Again considering severe refractory hyperkalemia as the cause of pulseless Ventricular tachycardia, another hyperkalemia correction dose was given which included 30ml of 10% calcium gluconate as iv bolus, Human Actrapid 8 units in 25% dextrose 100ml iv bolus was  given and was CPR continued.

Patient continued to have recurrent pulseless VT and hence multiple shocks were delivered.

Around 12.10 am, ROSC obtained for few seconds and patient went into PEA again.

After prolonged CPR of 45 mins, finally ROSC obtained at around 12.25am,

Patient was started on Adrenaline infusion @10ml/hr.

Post ROSC vitals: BP – 160/100 mm Hg

HR – 102/min

SpO2 – 96%

Repeat ECG – showing LBBB pattern

Repeat ABG showed severe metabolic acidosis with pH 7.03 and HCO3 14.1

After discussing with the family, patient was started on CRRT (through right IJV HD catheter) due to hemodynamic instability. He was initially on ventilator and then later extubated on 6/6/2002 evening.

Repeat ECG was normal. Serum potassium was 5.30 (7/6/2022) and 4.89 (8/6/2022). Cardiologist opinion was obtained. His overall poor prognosis with ICD implant and recurrent chance of cardiac arrest on HD, option of peritoneal dialysis as an alternate to HD as there is hemodynamic compromise was explained to the attender in detail. Patient was then discharged in a stable condition without any neurological deficit on 9/6/2022.

Subsequently, on follow up, patient developed another episode of cardiac arrest in the dialysis unit 2 weeks later and this time the implantable cardiac defibrillator was functioning aversed to the previous time when the machine failed to shock the patient. This episode the ICD delivered shocks along side CPR, and an expert electrophysiologist opinion was sorted and patient underwent electrophysiological studies and RF ablation for the recurrent VT storm post ROSC and now he is doing well and continues to come for routine hemodialysis 3 times a week.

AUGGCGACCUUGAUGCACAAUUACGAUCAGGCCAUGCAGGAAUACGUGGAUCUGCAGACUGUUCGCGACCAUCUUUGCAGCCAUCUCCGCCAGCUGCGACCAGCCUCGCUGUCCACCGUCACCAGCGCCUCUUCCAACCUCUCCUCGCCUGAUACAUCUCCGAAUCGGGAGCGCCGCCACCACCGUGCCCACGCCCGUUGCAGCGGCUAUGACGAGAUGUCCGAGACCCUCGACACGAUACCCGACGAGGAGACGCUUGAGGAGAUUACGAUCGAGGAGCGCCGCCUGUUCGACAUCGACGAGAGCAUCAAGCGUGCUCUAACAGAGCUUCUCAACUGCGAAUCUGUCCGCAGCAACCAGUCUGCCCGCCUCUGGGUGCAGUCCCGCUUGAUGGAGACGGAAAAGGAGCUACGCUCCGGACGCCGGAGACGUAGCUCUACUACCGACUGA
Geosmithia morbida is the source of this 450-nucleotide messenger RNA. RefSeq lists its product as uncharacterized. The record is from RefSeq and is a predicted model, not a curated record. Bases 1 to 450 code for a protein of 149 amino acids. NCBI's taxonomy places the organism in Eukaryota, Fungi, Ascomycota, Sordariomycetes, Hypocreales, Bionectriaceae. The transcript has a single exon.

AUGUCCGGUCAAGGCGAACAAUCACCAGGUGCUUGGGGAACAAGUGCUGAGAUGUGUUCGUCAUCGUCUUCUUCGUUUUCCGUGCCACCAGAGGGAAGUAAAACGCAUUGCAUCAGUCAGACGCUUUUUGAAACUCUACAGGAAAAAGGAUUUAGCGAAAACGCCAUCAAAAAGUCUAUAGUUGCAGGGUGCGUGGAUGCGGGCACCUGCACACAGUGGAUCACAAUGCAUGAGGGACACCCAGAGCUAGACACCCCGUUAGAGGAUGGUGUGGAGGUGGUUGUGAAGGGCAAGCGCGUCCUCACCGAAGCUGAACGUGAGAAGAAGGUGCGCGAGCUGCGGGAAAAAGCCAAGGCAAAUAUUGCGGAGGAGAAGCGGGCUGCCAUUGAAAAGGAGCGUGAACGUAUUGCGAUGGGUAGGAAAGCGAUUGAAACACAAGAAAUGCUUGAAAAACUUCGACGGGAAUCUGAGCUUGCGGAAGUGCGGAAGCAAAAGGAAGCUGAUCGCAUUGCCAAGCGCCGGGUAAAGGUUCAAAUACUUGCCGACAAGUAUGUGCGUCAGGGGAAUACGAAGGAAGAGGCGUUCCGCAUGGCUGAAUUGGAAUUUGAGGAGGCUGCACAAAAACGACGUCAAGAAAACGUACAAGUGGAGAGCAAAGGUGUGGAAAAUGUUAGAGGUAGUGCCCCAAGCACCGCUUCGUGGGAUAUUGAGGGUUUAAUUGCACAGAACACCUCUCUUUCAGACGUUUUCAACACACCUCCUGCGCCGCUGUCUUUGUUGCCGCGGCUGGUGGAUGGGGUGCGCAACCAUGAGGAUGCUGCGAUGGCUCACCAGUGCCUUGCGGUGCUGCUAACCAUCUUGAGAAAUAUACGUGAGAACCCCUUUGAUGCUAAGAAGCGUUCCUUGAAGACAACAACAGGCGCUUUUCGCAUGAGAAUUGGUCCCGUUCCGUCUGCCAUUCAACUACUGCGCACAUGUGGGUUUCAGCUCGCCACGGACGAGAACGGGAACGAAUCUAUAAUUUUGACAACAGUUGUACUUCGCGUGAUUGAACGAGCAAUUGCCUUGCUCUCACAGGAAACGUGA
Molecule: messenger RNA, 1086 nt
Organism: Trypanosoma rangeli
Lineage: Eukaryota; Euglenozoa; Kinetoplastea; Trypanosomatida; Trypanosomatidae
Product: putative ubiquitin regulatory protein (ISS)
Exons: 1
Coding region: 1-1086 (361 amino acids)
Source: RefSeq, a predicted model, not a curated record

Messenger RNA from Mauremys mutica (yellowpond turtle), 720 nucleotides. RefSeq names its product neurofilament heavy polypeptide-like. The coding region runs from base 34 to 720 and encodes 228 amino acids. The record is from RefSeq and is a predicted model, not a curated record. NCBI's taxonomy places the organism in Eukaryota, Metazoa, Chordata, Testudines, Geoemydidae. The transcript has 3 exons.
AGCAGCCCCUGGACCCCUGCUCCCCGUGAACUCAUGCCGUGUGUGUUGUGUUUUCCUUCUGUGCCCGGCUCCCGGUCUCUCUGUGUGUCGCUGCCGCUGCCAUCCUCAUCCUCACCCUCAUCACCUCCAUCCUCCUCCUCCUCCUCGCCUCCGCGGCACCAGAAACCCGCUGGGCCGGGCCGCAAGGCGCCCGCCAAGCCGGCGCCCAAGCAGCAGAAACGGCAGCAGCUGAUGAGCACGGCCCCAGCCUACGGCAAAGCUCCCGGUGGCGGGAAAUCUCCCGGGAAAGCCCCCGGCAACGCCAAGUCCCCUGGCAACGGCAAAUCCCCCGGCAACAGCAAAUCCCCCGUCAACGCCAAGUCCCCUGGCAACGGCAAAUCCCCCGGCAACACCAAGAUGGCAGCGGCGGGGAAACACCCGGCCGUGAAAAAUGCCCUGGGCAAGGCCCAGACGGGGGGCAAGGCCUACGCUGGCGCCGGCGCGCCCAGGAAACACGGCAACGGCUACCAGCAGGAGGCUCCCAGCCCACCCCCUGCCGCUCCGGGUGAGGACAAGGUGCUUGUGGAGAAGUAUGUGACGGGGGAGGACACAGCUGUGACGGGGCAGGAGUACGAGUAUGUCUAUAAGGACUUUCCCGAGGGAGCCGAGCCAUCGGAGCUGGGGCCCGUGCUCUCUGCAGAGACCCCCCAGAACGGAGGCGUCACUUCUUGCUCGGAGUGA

Emergency departments frequently admit cases of hyperkalemia, a common electrolyte disorder. Among the typical underlying predisposing conditions are heart failure, diabetes mellitus, significant tissue trauma and moderate to severe kidney disease. Medications such as nonsteroidal anti-inflammatory drugs, succinylcholine, digitalis, potassium-sparing diuretics and inhibitors of the renin-angiotensin-aldosterone systemare frequently associated with hyperkalemia.

Symptoms and consequences of hyperkalemia

While many patients are asymptomatic, hyperkalemia may manifest clinically by muscle weakness. Paresthesias and muscular fasciculations in the arms and legs might be earlier signs of hyperkalemia. Paralysis, cardiac conduction abnormalities, and cardiac arrhythmias can be lethal.



ECG Changes:


Treatment of Hyperkalemia:

Treatment algorithm for management of acute hyperkalemia in the emergency department(3)

  1. Inj calcium gulconate 10% 10 ml over 5 min , can be repeated 3 times, in order to stabilize the mocardium
  2. Injection human insulin ( short acting insulin) 10 units in 50 ml of 50% dextrose over 10-20 mins to shift potassium back into the cells.
  3. 20 ml ie 10 mg of nubilsed salbutamol can be given over 10-20 min to push potassium back into the cells
  4. IV bicarbonate & potassium binders can be considered where there is worsening metabolic
  5. Emergency Haemodialysis is the modality of preference for refractory hyperkalemia with severe metabolic acidosis

Ventricular tachycardia or Ventricular fibrillation (Electrical Storm) & Implantable cardiac defibrillator: